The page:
Dirty Dozen vs. Clean 15: Know When is Best to Select
Selecting the best for our bodies can be a constant struggle in our modern world. With flashy ads, hundreds of books on contradicting eating plans, and millions of food options available at our fingertips, making the wisest food choices on a regular basis can seem almost daunting and unattainable. But small changes in how we make our selections can have have huge impacts in supporting our body’s overall health.
The organic vs. conventional produce debate has been an ongoing question for most of us. The role of pesticides on produce is to kill insects during the growing process, but these same toxins remain in our foods and can have damaging effects on our own healthy cells as well. High levels of pesticide exposure have been shown to be associated with increased risk of cancer, respiratory diseases, Alzheimer’s disease, ADHD, autoimmune diseases, and birth defects.
While avoiding exposure entirely is likely impossible in today’s world, the good news is we can make healthy decisions every time we shop. The Environmental Working Group (a non-profit research and advocacy group specializing in toxins and agriculture), releases research each year testing and ranking the pesticide residue in our produce. From their research they release a Dirty Dozen list: the top twelve foods with the highest levels of pesticide residue that is most important to buy organic. They also release a Clean 15 list: fifteen foods with little residue and can be safely bought conventional if necessary.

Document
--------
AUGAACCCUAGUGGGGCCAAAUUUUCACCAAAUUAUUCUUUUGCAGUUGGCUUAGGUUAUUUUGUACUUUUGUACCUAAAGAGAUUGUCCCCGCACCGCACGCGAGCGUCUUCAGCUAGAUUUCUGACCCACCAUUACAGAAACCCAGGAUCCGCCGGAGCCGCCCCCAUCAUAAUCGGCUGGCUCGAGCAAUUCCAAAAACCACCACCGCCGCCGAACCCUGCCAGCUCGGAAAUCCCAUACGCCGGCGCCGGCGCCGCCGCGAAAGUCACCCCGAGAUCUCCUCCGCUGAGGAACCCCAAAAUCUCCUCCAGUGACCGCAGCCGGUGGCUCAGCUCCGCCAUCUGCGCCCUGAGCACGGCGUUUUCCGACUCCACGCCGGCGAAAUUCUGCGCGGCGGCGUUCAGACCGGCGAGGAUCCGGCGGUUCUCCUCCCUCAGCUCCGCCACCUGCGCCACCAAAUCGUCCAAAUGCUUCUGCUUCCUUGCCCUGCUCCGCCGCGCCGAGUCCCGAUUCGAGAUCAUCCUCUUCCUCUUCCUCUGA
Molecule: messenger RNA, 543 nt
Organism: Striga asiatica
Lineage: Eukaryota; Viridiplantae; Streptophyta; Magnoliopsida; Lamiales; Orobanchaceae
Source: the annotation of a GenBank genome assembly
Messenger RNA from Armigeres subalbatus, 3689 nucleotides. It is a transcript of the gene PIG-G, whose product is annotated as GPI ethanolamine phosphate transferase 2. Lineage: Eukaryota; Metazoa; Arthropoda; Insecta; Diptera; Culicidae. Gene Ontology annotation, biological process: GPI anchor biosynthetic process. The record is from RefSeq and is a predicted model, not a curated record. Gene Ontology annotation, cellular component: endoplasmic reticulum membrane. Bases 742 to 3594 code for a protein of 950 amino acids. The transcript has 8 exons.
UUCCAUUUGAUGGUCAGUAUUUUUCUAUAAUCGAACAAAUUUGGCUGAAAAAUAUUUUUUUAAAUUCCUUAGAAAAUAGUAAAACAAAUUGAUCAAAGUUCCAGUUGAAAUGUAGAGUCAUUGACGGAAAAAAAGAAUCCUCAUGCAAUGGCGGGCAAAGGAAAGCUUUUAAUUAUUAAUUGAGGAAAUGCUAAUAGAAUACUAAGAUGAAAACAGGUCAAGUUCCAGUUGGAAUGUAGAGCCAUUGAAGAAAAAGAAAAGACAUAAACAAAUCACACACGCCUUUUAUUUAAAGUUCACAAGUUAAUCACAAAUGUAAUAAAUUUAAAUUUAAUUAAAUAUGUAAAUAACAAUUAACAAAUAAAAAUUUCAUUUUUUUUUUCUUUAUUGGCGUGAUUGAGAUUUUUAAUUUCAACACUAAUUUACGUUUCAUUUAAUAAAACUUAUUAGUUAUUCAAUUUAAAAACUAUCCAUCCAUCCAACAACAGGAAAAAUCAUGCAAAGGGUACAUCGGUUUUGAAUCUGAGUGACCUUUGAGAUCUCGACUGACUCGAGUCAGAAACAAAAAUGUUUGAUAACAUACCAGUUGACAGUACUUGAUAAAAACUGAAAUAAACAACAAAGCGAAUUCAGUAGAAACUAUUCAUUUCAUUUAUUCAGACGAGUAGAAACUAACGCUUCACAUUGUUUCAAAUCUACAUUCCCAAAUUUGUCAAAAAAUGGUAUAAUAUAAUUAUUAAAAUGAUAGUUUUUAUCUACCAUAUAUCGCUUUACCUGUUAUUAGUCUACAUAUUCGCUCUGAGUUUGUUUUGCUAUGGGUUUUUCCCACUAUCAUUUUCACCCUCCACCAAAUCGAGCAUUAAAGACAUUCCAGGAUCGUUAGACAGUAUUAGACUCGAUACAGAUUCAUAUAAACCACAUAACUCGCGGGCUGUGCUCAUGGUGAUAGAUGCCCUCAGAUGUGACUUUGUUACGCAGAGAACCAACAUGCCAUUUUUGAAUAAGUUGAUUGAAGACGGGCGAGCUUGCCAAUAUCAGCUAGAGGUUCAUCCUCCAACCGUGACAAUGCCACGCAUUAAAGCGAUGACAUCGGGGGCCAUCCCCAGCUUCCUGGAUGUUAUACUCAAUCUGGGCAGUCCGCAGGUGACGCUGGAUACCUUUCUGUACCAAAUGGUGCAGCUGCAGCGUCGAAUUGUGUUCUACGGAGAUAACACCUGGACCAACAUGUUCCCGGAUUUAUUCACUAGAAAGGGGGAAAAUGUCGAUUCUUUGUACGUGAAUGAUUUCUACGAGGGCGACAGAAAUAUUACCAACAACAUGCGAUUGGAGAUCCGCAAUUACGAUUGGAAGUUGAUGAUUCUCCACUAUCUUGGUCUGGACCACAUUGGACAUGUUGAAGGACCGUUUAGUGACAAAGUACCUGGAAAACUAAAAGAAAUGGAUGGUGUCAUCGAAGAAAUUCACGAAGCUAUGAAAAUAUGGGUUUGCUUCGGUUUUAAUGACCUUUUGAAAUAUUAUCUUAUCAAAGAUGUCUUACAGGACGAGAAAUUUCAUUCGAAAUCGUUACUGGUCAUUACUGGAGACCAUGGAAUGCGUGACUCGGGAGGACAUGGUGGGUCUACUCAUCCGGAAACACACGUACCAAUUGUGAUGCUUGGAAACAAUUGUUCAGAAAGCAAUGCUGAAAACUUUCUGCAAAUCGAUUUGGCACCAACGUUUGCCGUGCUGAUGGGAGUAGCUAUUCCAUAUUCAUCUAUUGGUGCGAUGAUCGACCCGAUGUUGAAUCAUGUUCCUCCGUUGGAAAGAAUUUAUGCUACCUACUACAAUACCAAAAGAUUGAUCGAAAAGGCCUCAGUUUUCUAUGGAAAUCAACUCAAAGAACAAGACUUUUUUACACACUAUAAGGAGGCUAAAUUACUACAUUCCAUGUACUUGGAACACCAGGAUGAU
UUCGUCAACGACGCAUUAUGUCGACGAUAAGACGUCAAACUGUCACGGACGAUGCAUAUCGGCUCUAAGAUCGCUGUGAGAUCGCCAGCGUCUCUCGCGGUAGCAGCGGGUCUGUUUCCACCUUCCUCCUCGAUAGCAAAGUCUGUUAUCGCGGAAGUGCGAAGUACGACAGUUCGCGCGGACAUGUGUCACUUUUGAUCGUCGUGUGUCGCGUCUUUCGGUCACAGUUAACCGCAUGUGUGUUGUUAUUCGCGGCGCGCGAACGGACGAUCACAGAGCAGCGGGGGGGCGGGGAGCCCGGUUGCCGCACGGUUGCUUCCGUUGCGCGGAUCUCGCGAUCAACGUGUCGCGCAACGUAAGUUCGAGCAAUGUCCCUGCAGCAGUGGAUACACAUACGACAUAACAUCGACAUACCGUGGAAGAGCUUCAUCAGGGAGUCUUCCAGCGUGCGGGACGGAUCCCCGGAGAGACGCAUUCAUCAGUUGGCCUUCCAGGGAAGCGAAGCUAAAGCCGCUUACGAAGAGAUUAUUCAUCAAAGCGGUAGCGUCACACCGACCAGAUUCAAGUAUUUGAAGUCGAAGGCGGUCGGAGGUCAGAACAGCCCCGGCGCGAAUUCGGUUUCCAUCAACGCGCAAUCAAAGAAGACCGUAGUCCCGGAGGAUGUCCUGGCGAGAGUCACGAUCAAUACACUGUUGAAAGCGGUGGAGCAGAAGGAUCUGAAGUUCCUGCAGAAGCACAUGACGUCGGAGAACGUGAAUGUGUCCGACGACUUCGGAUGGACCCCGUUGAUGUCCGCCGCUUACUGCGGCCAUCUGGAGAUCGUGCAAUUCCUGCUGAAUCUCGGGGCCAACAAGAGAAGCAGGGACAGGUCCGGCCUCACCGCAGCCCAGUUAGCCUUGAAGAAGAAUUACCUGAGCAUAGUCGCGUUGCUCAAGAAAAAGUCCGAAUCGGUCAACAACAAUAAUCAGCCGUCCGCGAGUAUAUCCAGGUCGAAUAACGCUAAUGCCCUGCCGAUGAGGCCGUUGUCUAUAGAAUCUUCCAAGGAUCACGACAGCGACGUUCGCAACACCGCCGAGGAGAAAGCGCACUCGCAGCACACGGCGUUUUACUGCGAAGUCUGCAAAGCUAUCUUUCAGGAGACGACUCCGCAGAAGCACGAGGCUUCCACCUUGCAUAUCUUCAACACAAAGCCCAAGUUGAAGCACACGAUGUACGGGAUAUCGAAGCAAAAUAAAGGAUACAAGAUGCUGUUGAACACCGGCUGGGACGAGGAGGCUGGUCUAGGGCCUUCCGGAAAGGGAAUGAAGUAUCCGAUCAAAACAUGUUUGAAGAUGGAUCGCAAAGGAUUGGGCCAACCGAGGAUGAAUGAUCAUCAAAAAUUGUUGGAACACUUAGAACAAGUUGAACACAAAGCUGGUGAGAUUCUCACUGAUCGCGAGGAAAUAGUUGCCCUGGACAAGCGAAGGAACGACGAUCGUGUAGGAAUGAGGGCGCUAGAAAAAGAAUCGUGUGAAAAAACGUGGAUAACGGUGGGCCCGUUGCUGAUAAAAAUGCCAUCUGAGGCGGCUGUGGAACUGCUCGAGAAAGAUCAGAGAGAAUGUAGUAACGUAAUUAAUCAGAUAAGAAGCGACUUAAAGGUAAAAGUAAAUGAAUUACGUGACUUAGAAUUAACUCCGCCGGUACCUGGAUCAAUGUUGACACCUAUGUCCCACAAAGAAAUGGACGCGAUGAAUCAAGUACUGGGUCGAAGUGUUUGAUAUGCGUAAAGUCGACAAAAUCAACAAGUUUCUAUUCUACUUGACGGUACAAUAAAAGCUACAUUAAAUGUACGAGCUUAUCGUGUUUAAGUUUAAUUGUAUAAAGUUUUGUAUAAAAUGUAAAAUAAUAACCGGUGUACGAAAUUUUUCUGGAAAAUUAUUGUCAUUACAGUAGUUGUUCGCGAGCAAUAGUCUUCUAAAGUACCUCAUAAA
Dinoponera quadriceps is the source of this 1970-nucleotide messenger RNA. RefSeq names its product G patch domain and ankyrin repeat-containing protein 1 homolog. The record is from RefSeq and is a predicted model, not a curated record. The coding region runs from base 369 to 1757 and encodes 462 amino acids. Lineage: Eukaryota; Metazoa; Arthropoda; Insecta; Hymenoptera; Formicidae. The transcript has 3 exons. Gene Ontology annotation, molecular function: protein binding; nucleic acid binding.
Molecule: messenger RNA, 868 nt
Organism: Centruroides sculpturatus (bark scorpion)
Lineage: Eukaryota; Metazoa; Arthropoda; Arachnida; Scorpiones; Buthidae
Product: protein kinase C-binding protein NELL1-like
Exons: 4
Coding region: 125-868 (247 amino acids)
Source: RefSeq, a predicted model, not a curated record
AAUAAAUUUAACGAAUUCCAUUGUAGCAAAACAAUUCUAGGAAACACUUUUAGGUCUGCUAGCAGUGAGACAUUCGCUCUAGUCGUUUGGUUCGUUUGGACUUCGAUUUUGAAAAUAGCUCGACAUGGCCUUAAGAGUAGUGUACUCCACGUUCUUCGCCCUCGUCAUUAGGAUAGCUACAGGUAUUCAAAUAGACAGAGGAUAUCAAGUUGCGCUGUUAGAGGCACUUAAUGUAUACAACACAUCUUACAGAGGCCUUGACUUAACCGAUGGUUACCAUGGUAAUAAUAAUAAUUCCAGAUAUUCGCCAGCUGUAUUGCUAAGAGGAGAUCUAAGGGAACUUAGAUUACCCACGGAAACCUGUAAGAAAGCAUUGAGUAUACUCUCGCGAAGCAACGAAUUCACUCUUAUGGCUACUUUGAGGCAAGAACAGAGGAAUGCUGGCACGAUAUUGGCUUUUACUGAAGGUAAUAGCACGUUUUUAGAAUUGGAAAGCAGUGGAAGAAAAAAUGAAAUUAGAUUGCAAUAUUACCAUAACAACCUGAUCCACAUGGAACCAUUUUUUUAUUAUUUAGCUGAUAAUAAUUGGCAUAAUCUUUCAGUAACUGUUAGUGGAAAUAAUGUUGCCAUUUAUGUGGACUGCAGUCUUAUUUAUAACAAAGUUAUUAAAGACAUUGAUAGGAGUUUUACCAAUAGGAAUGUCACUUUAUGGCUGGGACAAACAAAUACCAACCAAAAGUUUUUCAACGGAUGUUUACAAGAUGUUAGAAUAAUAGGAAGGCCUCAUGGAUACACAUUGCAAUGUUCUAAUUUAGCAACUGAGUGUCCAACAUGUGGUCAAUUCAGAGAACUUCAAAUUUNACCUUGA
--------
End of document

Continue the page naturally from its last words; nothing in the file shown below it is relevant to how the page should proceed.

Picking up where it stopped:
We know that for most of us, our location and/or finances limit us from buying all organic, all the time. So having these lists available as a resource can be a great tool in our strive towards whole body health and well-being.
Dirty Dozen: (Important to be organic)
Clean 15: (Can be bought conventional)
Sweet Peas (frozen)
Here at BCIM we believe in the benefits of making small, healthy decisions each day that will have great impacts on our current and long-term health and wellness. To learn more about the benefits of eating organic and reducing toxic load in our food and household products, visit the Environmental Working Group at: https://www.ewg.org/consumer-guides.